In This Article Expand or collapse the "in this article" section Irony

  • Introduction
  • General Overviews
  • The Echoic Account of Irony
  • Pretense Theories of Irony
  • Comparative Works and Hybrid Accounts
  • Attitude Expression in Irony
  • Cues in Verbal Irony
  • Irony and Sarcasm
  • Irony and Humor

Linguistics Irony
Joana Garmendia
  • LAST REVIEWED: 26 May 2022
  • LAST MODIFIED: 26 May 2022
  • DOI: 10.1093/obo/9780199772810-0287


There are different types of irony, including situational irony, dramatic irony, cosmic irony, and Socratic irony. From a linguistic point of view, we are interested in what is called “verbal irony”: irony communicated via language. Verbal irony has been traditionally analyzed from a rhetoric or stylistic standpoint. In the last decades of the 20th century, the field of pragmatics opened a new and thriving path for the analysis of ironic communication. From a pragmatic standpoint, ironic utterances are a pretty interesting phenomenon, as it seems that the speaker’s meaning is very different from (or even contradictory to) the literal meaning of the utterance. Explaining why and how we communicate ironically is a challenge for every pragmatic theory. There are many different accounts that study ironic communication from a pragmatic perspective; Grice’s view, the echoic account, and the pretense theories are probably the main and most influential. Much has been said about irony in this field, but there are still many open debates about the basic elements of ironic communication: the importance of attitude expression and the asymmetry issue; the role of the speaker’s cues in irony recognition; the relationship between irony and sarcasm, on the one hand, and irony and humor, on the other; and so on and so forth. This article was written with the institutional support of the Basque Government (IT1032-16) and Grant PID2019-106078GB-I00 funded by MCIN/AEI/10.13039/501100011033.

General Overviews

Verbal irony has been studied in rhetoric, literary studies and, more recently, pragmatics. Muecke 2018 (first published in 1970) and Booth 1974 offer a broad perspective of the different conceptions of irony elaborated through history in the rhetoric and literary traditions. Barbe 1995 is a general approach to linguistic theories of irony. From a more specific pragmatic standpoint, Giora 1998 is very useful as a panoramic map, as it outlines the general positions and gathers references to the main works and theories. Garmendia 2018 is an accessible introduction to the pragmatics of irony, suitable for researchers who are willing to get familiar with the subject. Finally, Gibbs and Colston 2007 is a compilation of some of the most influential works in the pragmatics of ironic communication.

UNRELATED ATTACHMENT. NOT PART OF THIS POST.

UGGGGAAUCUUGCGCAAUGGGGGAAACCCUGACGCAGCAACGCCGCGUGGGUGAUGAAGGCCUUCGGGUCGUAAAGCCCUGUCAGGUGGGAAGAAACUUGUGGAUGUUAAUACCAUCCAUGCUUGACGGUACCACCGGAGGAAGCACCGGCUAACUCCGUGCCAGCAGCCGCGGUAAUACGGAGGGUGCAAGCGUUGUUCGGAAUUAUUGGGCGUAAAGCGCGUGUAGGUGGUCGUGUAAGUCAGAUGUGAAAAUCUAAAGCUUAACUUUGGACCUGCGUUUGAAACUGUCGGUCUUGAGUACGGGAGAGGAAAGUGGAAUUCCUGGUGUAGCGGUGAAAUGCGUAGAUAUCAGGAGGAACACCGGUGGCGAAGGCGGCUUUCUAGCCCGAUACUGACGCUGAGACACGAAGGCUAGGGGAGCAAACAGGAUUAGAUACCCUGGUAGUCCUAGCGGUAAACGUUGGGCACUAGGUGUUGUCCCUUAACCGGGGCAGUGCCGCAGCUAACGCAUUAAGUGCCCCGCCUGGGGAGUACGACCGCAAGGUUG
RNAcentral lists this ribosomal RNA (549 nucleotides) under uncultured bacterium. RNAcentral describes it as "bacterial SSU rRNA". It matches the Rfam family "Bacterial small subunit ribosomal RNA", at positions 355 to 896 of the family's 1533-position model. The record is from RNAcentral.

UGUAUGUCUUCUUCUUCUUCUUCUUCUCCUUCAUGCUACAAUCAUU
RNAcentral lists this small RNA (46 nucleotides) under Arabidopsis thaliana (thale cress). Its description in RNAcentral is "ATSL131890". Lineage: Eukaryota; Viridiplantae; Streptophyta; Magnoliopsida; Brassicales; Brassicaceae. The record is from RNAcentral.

• Barbe, Katharina. 1995. Irony in context. Amsterdam: John Benjamins.

    DOI: 10.1075/pbns.34

    Barbe analyzes irony from a linguistic standpoint. She examines previous theories of irony—pragmatic theories, but also literary and traditional approaches—and makes use of many instances of irony as examples. Throughout the book, she also touches on diverse aspects of ironic communication: the relationship between irony and lies, irony and jokes and irony and sarcasm, the problem of translating irony, and some others.

  • Booth, Wayne C. 1974. A rhetoric of irony. Chicago: Univ. of Chicago Press.

    Booth analyzes irony from a rhetorical standpoint. He distinguishes between stable and unstable ironies, and offers a rich variety of literary examples. He also touches on some neighboring phenomena, such as parody, sarcasm, satire, allegory, and metaphor. It is a general approach to the notion of irony, and an interesting review of classical and romantic theories.

  • Garmendia, Joana. 2018. Irony. Cambridge, UK: Cambridge Univ. Press.

    DOI: 10.1017/9781316136218

    This book is an introduction to the pragmatics of irony. It examines the main pragmatic theories of irony and focuses on some basic elements of ironic communication: attitude expression, ironic cues, and the relationship between irony and sarcasm and irony and humor. It includes many examples, activities, and definitions of basic pragmatic notions, so it is a good point of departure to introduce oneself in the pragmatics of irony.

  • Gibbs, Raymond W., and Herbert L. Colston, eds. 2007. Irony in language and thought: A cognitive science reader. New York: Erlbaum Associates.

    This is a collection of twenty-four articles on irony from a cognitive science perspective. It compiles works by the most influential authors in the pragmatics of irony, including Sperber and Wilson, Clark and Gerrig, Giora, Gibbs, Colston, and many others. The main pragmatic theories of irony are thus represented in the book. It is a must-have for anyone willing to delve into the pragmatics of ironic communication.

  • Giora, Rachel. 1998. Irony. In Handbook of pragmatics. Edited by J. Verschueren, J. Ostman, J. Blommaert, and C. Bulcaen, 1–20. Amsterdam: John Benjamins.

    This encyclopedic entry offers a good panoramic view of the pragmatics of irony. It gathers references to the main works on irony, offering quite an exhaustive bibliographical list. It should be noted though that it was published in 1998, so it is a bit limited in this sense.

  • Muecke, Douglas C. 2018. Irony and the ironic. London and New York: Routledge.

    This book was first published in 1970, with the title Irony. It is a broad and general approach to the notion of irony. Muecke examines the classics’ conception of irony, but also authors from the 18th and 19th centuries, and combines rhetorical and literary perspectives. He makes use of numerous and beautiful examples coming from literature, theater, and history.

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